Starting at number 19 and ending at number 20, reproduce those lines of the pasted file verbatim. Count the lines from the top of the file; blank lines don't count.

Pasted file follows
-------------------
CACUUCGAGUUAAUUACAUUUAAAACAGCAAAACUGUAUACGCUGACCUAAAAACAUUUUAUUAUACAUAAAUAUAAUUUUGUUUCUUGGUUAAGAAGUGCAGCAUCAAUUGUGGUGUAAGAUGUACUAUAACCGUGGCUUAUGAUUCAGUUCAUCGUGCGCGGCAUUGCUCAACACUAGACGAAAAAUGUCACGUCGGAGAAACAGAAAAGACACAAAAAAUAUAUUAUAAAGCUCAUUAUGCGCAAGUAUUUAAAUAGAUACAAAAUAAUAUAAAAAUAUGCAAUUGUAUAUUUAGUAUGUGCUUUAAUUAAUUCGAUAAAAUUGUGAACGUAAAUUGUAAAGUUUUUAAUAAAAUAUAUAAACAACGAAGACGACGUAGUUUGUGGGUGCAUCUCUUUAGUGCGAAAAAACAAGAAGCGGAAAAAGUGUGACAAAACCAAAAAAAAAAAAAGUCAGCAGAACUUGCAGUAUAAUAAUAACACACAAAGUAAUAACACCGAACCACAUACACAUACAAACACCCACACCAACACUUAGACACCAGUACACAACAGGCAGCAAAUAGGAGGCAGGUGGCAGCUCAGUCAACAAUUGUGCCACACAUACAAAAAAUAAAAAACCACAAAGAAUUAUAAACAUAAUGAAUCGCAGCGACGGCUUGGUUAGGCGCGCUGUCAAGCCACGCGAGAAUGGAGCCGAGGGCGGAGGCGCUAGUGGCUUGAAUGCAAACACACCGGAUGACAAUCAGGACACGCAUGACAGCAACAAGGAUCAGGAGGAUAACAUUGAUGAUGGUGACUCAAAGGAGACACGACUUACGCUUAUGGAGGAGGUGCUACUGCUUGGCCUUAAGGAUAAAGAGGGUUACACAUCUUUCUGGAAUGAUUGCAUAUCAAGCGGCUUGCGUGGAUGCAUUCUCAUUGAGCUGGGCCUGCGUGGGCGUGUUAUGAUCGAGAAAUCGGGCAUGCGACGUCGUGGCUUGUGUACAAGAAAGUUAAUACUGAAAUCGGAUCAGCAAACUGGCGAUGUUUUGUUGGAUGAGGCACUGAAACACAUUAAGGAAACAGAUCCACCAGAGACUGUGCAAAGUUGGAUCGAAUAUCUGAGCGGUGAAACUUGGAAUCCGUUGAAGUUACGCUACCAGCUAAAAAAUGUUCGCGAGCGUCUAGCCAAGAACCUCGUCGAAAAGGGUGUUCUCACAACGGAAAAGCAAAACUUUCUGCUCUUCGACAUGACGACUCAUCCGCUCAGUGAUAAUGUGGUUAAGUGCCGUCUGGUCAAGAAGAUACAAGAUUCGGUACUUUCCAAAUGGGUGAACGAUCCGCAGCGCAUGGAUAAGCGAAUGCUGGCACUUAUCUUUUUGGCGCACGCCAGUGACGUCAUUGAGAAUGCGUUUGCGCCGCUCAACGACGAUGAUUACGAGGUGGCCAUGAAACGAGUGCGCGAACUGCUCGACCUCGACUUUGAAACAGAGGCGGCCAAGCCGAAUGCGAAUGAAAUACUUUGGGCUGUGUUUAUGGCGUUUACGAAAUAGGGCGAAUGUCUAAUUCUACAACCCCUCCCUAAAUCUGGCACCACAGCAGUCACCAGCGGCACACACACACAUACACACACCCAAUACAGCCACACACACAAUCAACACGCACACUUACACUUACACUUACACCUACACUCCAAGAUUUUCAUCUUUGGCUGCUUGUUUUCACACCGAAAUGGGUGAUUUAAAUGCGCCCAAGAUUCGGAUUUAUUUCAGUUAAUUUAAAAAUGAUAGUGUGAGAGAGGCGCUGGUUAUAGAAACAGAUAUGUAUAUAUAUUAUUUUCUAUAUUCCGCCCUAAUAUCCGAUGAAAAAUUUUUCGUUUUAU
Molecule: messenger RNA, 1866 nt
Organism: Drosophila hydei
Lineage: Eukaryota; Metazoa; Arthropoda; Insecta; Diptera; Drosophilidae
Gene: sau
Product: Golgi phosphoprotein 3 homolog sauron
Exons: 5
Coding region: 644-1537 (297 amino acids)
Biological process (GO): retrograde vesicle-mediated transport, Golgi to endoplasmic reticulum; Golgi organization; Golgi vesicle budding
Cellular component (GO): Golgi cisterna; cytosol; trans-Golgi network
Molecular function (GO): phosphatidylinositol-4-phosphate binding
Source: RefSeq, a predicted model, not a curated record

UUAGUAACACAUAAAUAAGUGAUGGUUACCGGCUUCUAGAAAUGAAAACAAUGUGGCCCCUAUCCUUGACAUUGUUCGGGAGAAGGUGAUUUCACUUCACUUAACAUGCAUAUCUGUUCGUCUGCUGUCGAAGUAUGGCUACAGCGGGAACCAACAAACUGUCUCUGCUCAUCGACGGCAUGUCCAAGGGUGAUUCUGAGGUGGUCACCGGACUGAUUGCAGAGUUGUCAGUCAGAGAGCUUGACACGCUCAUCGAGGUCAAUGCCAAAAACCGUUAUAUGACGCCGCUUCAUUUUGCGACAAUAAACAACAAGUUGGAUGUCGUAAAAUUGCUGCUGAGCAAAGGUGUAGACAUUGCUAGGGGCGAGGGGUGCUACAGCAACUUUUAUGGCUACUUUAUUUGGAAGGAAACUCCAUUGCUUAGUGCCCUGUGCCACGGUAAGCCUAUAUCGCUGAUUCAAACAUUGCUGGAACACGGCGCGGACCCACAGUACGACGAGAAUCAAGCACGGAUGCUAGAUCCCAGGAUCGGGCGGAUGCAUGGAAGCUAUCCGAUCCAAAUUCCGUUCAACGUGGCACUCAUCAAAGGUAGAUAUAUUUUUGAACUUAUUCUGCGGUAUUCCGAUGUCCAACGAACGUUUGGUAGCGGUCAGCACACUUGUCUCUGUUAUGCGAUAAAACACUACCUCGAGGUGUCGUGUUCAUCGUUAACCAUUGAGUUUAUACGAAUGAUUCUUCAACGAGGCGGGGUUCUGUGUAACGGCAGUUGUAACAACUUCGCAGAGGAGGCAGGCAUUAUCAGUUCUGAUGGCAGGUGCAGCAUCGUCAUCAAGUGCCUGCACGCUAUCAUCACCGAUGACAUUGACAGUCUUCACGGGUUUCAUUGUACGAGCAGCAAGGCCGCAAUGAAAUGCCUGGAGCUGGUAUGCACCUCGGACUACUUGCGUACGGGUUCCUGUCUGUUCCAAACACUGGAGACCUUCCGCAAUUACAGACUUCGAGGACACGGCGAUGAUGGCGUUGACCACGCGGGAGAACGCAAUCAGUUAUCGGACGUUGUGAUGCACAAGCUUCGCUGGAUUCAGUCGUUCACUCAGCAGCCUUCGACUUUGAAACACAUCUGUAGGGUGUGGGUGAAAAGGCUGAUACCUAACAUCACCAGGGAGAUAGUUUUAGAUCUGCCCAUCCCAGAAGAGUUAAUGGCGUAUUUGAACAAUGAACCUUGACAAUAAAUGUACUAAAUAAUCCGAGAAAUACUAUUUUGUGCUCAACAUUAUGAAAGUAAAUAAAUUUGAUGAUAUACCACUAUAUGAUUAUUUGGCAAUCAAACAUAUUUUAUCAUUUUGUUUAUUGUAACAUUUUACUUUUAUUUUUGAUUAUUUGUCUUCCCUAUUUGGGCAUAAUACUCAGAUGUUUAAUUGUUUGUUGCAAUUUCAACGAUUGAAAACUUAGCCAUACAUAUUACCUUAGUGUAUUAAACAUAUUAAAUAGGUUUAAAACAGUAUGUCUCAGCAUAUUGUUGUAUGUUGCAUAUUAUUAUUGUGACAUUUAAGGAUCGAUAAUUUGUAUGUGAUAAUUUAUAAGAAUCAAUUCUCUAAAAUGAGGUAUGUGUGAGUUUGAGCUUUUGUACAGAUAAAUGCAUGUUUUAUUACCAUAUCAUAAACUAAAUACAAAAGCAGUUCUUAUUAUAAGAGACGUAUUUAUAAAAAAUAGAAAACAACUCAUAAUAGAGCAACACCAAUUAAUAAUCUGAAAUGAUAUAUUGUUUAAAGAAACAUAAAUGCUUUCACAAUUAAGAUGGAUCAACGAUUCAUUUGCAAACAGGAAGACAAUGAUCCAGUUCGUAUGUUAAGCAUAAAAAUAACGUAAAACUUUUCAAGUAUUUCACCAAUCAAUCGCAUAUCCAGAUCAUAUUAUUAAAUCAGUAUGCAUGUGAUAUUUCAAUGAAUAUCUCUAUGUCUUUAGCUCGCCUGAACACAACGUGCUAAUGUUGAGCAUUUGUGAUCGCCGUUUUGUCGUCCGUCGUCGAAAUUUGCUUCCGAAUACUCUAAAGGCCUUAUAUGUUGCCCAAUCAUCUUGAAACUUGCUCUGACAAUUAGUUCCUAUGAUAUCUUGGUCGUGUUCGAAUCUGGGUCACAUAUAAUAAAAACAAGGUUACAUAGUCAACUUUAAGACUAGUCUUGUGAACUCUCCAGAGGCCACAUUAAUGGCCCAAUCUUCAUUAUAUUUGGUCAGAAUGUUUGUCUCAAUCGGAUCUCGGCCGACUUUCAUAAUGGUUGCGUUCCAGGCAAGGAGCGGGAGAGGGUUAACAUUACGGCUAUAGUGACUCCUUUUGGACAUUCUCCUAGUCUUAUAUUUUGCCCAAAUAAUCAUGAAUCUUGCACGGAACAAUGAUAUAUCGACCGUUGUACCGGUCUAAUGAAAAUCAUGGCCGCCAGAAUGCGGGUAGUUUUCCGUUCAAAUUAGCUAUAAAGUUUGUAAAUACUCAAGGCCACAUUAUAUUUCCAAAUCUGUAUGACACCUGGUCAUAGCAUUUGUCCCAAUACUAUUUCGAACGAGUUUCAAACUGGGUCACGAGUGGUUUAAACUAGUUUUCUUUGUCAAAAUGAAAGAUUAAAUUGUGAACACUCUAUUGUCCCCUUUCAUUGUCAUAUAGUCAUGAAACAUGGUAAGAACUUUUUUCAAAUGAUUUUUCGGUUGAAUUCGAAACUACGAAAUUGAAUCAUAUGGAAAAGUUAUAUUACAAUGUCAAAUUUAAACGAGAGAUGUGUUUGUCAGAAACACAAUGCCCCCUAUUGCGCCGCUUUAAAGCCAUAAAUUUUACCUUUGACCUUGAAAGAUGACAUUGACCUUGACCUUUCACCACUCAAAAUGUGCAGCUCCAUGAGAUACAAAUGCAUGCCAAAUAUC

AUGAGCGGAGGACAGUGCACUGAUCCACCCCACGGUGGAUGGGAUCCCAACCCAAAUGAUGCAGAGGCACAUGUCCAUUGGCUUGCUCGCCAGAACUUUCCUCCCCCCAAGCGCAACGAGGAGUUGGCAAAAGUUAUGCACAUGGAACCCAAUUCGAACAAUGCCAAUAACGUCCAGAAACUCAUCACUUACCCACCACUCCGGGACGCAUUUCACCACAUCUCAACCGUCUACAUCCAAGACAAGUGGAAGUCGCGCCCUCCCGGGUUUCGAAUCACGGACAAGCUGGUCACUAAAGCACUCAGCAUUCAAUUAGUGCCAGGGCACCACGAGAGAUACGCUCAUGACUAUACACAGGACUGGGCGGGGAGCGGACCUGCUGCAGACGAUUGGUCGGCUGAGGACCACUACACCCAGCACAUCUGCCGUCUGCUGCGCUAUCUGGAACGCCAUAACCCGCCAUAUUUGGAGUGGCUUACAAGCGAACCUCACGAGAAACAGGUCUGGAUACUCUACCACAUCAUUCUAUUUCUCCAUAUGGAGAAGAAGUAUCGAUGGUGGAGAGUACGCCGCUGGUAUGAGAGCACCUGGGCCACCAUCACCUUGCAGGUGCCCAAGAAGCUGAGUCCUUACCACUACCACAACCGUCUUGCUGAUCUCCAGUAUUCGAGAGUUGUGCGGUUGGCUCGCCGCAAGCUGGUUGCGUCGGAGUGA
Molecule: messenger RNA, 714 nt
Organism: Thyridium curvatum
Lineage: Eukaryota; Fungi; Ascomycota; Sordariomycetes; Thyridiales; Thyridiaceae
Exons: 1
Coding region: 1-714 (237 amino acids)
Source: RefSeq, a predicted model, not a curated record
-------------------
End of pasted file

Coding region: 1-714 (237 amino acids)
Source: RefSeq, a predicted model, not a curated record